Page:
The Diary of River Song began with River meeting the Eighth Doctor, then continued with the Seventh, and so on — but now River has met all the classic series Doctors who work with Big Finish. So, for Series Five, a new approach has been taken: it turns out that River’s timeline is also tangled up with that of the Doctor’s archnemesis, the Master. Its four episodes feature four encounters with four different incarnations of the Master: Michelle Gomez’s Missy, Geoffrey Beevers’s corpse-like Master, Derek Jacobi’s War Master, and, appearing for the first time anywhere in 23 years, Eric Roberts’s “Bruce”.
The result almost never fails to entertain. The best story is the first one, Jonathan Morris’s The Bekdel Test. River is locked up in an escape-proof prison, and soon she has met one of her fellow inmates: Missy. Morris’s script is clever, coming up with a compelling reason for both characters to be imprisoned together, and to work together. It also sparkles — Morris is always good at pastiche, and with River and Missy in the same room, the script manages to do Steven Moffat’s dialogue at its most outrageous. The best scene is definitely when River winds Missy up by mistaking her for the Rani, but this story just flies by. Alex Kingston and Michelle Gomez are both wonders, and this script could just get by on the two of them trading barbs, and they are so fun to listen to it was almost a disappointment for me when I went from The Bekdel Test to the first episode of Missy Series One and it was just Missy by herself. But the script doesn’t rest on its laurels, with a lot of other fun and interesting concepts.
The second story, Animal Instinct, also entertains. While Morris’s script emphasises the compatibility of Missy and River, Roy Gill’s emphasises the disjunction between its protagonists. River and Beevers’s Master come from different styles of stories — hers a fast, flip world, his a world of complex, slow plots. Once can sense that each character is frustrated by the other. I love Beevers, but Big Finish often use him in mediocre Fourth Doctor Adventures that waste his talents — nothing like that here, as without the Doctor around, the Master gets to demonstrate the full extent of his savagery and ruthlessness. On the other hand, it’s delightful to hear how flustered he gets when River reveals her identity. The supporting characters are kind of dull, but let’s be honest, they’re not why we’re here.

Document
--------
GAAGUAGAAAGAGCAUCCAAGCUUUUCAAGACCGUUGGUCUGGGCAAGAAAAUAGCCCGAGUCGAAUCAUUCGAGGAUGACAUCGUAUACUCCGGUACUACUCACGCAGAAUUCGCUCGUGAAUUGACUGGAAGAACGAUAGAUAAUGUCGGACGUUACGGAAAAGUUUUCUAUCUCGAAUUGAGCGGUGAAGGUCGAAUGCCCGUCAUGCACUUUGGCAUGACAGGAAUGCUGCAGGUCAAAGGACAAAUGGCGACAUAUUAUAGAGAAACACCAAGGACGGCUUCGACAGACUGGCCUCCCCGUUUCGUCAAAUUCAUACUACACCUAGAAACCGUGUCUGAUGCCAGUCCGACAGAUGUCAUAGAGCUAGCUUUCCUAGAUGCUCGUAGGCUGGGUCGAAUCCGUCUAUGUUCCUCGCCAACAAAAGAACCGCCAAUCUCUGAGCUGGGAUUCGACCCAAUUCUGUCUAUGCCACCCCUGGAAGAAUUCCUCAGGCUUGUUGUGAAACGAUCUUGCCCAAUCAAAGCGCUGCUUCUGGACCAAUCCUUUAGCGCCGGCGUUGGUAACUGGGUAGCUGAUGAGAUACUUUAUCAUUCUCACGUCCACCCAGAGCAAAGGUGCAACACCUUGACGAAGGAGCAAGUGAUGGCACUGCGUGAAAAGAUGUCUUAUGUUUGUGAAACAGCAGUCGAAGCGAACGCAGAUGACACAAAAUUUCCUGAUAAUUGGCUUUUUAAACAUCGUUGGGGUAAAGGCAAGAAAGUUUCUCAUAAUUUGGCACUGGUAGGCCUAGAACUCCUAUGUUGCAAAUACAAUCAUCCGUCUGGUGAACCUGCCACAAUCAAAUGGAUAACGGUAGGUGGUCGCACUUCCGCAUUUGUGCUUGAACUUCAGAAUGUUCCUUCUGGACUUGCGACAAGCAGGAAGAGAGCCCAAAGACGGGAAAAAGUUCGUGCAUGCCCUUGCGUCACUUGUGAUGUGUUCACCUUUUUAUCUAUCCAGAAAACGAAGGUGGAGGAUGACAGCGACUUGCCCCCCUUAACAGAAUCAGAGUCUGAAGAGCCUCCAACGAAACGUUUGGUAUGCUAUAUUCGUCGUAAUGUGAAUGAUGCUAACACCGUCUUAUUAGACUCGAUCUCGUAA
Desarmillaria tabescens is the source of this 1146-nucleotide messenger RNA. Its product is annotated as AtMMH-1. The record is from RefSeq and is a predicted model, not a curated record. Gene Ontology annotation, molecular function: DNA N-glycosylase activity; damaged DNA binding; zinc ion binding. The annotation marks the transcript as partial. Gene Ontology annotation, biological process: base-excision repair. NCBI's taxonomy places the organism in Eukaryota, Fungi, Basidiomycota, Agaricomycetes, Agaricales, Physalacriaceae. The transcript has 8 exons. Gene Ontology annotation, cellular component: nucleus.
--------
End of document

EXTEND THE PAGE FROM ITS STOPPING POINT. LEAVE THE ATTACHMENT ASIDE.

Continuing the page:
I wanted to like The Lifeboat and the Deathboat more than I did. I actually do legitimately love Eric Roberts’s performance in the 1996 telemovie, but here he’s weirdly flat, with none of the weird malevolence that dripped from the least of the Master’s lines in the film (“the Asian child…”). Part of that might be the necessity of the story Eddie Robson is telling, where the Master is disguised for much of it… but why get Eric Roberts back and not make him ooze malevolence? But I still think there was an opportunity for him to be obviously off to the audience, if not to River, that would have let him do more of his 1996 thing. Hopefully his upcoming appearance in Ravenous 4 is more in line with the old days. Outside of that, this is a fine story; Robson is always dependable for some great ideas, well-executed. But ultimately we learn less about this Master than we did those in the first two stories, which feels like a missed opportunity given how little of him we already have.
The last story was, I felt, the weakest. River is on a ship of surveyors returning from a successful field mission, only the Master is on board, picking them off one by one. It’s nice to have the Master in a more straightforwardly villainous role, but it’s all pretty rote, and he never feels very dangerous, even if it is Derek Jacobi, because River’s associates are clearly cannon fodder and she herself is arguably invincible. Everyone is also stupidly trusting of an obviously evil computer. It doesn’t have enough tension to pull off its Alien-but-the-monster-is-Sir-Derek-Jacobi premise.
Which is a shame, because overall this is an enjoyable, entertaining set. The Diary of River Song is a consistently entertaining range, and though one still kind of wishes it would forge a unique identity for River more, seeing her with the Master shows off a different side to her and lets us hear Alex Kingston play off some great acting talents.
The Diary of River Song Series Five (by Jonathan Morris, Roy Gill, Eddie Robson, Scott Handcock; starring Alex Kingston) was released by Big Finish Productions in January 2019.